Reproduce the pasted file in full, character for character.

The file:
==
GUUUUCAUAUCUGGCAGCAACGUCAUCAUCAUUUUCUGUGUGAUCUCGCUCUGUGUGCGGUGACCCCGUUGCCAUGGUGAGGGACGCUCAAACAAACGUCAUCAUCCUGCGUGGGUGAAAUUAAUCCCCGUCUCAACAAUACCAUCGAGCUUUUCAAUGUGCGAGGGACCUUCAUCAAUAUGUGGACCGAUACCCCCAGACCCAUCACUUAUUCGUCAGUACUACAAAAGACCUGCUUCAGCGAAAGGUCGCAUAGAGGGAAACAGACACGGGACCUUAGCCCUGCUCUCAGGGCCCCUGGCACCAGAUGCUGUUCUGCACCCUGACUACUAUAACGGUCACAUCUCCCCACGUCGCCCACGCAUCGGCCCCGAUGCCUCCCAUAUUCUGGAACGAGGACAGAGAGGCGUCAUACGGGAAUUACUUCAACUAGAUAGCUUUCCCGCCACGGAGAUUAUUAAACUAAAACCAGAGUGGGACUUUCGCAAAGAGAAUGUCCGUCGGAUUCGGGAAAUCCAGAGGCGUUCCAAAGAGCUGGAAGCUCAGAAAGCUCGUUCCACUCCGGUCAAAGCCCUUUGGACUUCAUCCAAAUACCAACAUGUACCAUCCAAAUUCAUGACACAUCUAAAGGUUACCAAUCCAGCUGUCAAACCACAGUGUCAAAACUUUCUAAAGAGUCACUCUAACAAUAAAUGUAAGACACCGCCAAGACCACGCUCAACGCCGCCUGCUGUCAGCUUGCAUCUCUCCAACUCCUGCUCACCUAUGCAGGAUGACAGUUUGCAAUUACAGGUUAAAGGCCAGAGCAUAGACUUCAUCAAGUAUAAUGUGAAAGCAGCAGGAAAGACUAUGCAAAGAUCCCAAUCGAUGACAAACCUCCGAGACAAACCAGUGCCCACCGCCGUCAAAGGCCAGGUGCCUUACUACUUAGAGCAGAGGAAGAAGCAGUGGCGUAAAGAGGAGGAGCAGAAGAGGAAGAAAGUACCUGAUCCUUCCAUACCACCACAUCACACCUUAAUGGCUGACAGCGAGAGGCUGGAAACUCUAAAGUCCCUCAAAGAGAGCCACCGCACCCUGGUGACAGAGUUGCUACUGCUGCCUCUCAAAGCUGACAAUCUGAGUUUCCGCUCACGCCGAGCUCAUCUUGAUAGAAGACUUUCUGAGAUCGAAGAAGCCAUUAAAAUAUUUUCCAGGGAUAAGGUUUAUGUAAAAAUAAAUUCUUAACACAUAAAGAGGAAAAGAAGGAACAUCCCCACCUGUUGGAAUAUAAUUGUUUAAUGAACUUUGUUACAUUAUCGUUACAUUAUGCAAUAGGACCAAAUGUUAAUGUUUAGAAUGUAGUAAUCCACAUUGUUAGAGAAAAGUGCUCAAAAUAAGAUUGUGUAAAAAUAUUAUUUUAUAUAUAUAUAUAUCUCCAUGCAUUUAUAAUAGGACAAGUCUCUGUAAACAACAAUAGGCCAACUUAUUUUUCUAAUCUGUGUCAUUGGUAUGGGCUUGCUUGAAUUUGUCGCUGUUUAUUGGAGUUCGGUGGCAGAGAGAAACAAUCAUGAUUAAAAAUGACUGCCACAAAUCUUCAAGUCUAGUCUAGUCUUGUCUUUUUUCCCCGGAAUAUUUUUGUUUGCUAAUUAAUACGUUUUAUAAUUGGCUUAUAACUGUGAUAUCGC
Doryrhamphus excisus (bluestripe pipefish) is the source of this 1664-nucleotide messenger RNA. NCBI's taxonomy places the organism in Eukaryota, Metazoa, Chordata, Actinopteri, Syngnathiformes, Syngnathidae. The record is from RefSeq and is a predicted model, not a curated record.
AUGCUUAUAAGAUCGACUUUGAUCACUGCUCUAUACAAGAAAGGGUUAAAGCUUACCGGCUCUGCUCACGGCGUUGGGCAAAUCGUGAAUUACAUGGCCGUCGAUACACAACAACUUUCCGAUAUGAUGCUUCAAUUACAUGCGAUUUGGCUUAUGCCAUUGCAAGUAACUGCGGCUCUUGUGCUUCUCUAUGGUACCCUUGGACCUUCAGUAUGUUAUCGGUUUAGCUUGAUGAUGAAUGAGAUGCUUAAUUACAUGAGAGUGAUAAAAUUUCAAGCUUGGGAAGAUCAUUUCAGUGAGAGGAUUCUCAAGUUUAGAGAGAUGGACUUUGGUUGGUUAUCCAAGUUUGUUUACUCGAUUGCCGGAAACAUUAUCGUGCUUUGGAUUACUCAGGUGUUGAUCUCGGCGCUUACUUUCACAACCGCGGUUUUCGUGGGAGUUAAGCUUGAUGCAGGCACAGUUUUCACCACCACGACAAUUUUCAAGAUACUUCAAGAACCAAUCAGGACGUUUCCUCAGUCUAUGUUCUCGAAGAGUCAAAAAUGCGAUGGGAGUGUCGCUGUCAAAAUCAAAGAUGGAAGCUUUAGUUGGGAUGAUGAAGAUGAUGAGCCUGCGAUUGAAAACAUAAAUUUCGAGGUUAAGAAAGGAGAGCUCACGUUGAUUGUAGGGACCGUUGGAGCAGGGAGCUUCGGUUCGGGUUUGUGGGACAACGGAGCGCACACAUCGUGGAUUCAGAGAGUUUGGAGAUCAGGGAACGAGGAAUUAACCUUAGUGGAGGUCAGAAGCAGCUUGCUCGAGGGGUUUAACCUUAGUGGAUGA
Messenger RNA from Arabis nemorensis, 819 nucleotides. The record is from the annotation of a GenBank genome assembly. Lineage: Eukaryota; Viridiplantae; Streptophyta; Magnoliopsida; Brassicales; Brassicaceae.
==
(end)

GUUUUCAUAUCUGGCAGCAACGUCAUCAUCAUUUUCUGUGUGAUCUCGCUCUGUGUGCGGUGACCCCGUUGCCAUGGUGAGGGACGCUCAAACAAACGUCAUCAUCCUGCGUGGGUGAAAUUAAUCCCCGUCUCAACAAUACCAUCGAGCUUUUCAAUGUGCGAGGGACCUUCAUCAAUAUGUGGACCGAUACCCCCAGACCCAUCACUUAUUCGUCAGUACUACAAAAGACCUGCUUCAGCGAAAGGUCGCAUAGAGGGAAACAGACACGGGACCUUAGCCCUGCUCUCAGGGCCCCUGGCACCAGAUGCUGUUCUGCACCCUGACUACUAUAACGGUCACAUCUCCCCACGUCGCCCACGCAUCGGCCCCGAUGCCUCCCAUAUUCUGGAACGAGGACAGAGAGGCGUCAUACGGGAAUUACUUCAACUAGAUAGCUUUCCCGCCACGGAGAUUAUUAAACUAAAACCAGAGUGGGACUUUCGCAAAGAGAAUGUCCGUCGGAUUCGGGAAAUCCAGAGGCGUUCCAAAGAGCUGGAAGCUCAGAAAGCUCGUUCCACUCCGGUCAAAGCCCUUUGGACUUCAUCCAAAUACCAACAUGUACCAUCCAAAUUCAUGACACAUCUAAAGGUUACCAAUCCAGCUGUCAAACCACAGUGUCAAAACUUUCUAAAGAGUCACUCUAACAAUAAAUGUAAGACACCGCCAAGACCACGCUCAACGCCGCCUGCUGUCAGCUUGCAUCUCUCCAACUCCUGCUCACCUAUGCAGGAUGACAGUUUGCAAUUACAGGUUAAAGGCCAGAGCAUAGACUUCAUCAAGUAUAAUGUGAAAGCAGCAGGAAAGACUAUGCAAAGAUCCCAAUCGAUGACAAACCUCCGAGACAAACCAGUGCCCACCGCCGUCAAAGGCCAGGUGCCUUACUACUUAGAGCAGAGGAAGAAGCAGUGGCGUAAAGAGGAGGAGCAGAAGAGGAAGAAAGUACCUGAUCCUUCCAUACCACCACAUCACACCUUAAUGGCUGACAGCGAGAGGCUGGAAACUCUAAAGUCCCUCAAAGAGAGCCACCGCACCCUGGUGACAGAGUUGCUACUGCUGCCUCUCAAAGCUGACAAUCUGAGUUUCCGCUCACGCCGAGCUCAUCUUGAUAGAAGACUUUCUGAGAUCGAAGAAGCCAUUAAAAUAUUUUCCAGGGAUAAGGUUUAUGUAAAAAUAAAUUCUUAACACAUAAAGAGGAAAAGAAGGAACAUCCCCACCUGUUGGAAUAUAAUUGUUUAAUGAACUUUGUUACAUUAUCGUUACAUUAUGCAAUAGGACCAAAUGUUAAUGUUUAGAAUGUAGUAAUCCACAUUGUUAGAGAAAAGUGCUCAAAAUAAGAUUGUGUAAAAAUAUUAUUUUAUAUAUAUAUAUAUCUCCAUGCAUUUAUAAUAGGACAAGUCUCUGUAAACAACAAUAGGCCAACUUAUUUUUCUAAUCUGUGUCAUUGGUAUGGGCUUGCUUGAAUUUGUCGCUGUUUAUUGGAGUUCGGUGGCAGAGAGAAACAAUCAUGAUUAAAAAUGACUGCCACAAAUCUUCAAGUCUAGUCUAGUCUUGUCUUUUUUCCCCGGAAUAUUUUUGUUUGCUAAUUAAUACGUUUUAUAAUUGGCUUAUAACUGUGAUAUCGC
Doryrhamphus excisus (bluestripe pipefish) is the source of this 1664-nucleotide messenger RNA. NCBI's taxonomy places the organism in Eukaryota, Metazoa, Chordata, Actinopteri, Syngnathiformes, Syngnathidae. The record is from RefSeq and is a predicted model, not a curated record.
AUGCUUAUAAGAUCGACUUUGAUCACUGCUCUAUACAAGAAAGGGUUAAAGCUUACCGGCUCUGCUCACGGCGUUGGGCAAAUCGUGAAUUACAUGGCCGUCGAUACACAACAACUUUCCGAUAUGAUGCUUCAAUUACAUGCGAUUUGGCUUAUGCCAUUGCAAGUAACUGCGGCUCUUGUGCUUCUCUAUGGUACCCUUGGACCUUCAGUAUGUUAUCGGUUUAGCUUGAUGAUGAAUGAGAUGCUUAAUUACAUGAGAGUGAUAAAAUUUCAAGCUUGGGAAGAUCAUUUCAGUGAGAGGAUUCUCAAGUUUAGAGAGAUGGACUUUGGUUGGUUAUCCAAGUUUGUUUACUCGAUUGCCGGAAACAUUAUCGUGCUUUGGAUUACUCAGGUGUUGAUCUCGGCGCUUACUUUCACAACCGCGGUUUUCGUGGGAGUUAAGCUUGAUGCAGGCACAGUUUUCACCACCACGACAAUUUUCAAGAUACUUCAAGAACCAAUCAGGACGUUUCCUCAGUCUAUGUUCUCGAAGAGUCAAAAAUGCGAUGGGAGUGUCGCUGUCAAAAUCAAAGAUGGAAGCUUUAGUUGGGAUGAUGAAGAUGAUGAGCCUGCGAUUGAAAACAUAAAUUUCGAGGUUAAGAAAGGAGAGCUCACGUUGAUUGUAGGGACCGUUGGAGCAGGGAGCUUCGGUUCGGGUUUGUGGGACAACGGAGCGCACACAUCGUGGAUUCAGAGAGUUUGGAGAUCAGGGAACGAGGAAUUAACCUUAGUGGAGGUCAGAAGCAGCUUGCUCGAGGGGUUUAACCUUAGUGGAUGA
Messenger RNA from Arabis nemorensis, 819 nucleotides. The record is from the annotation of a GenBank genome assembly. Lineage: Eukaryota; Viridiplantae; Streptophyta; Magnoliopsida; Brassicales; Brassicaceae.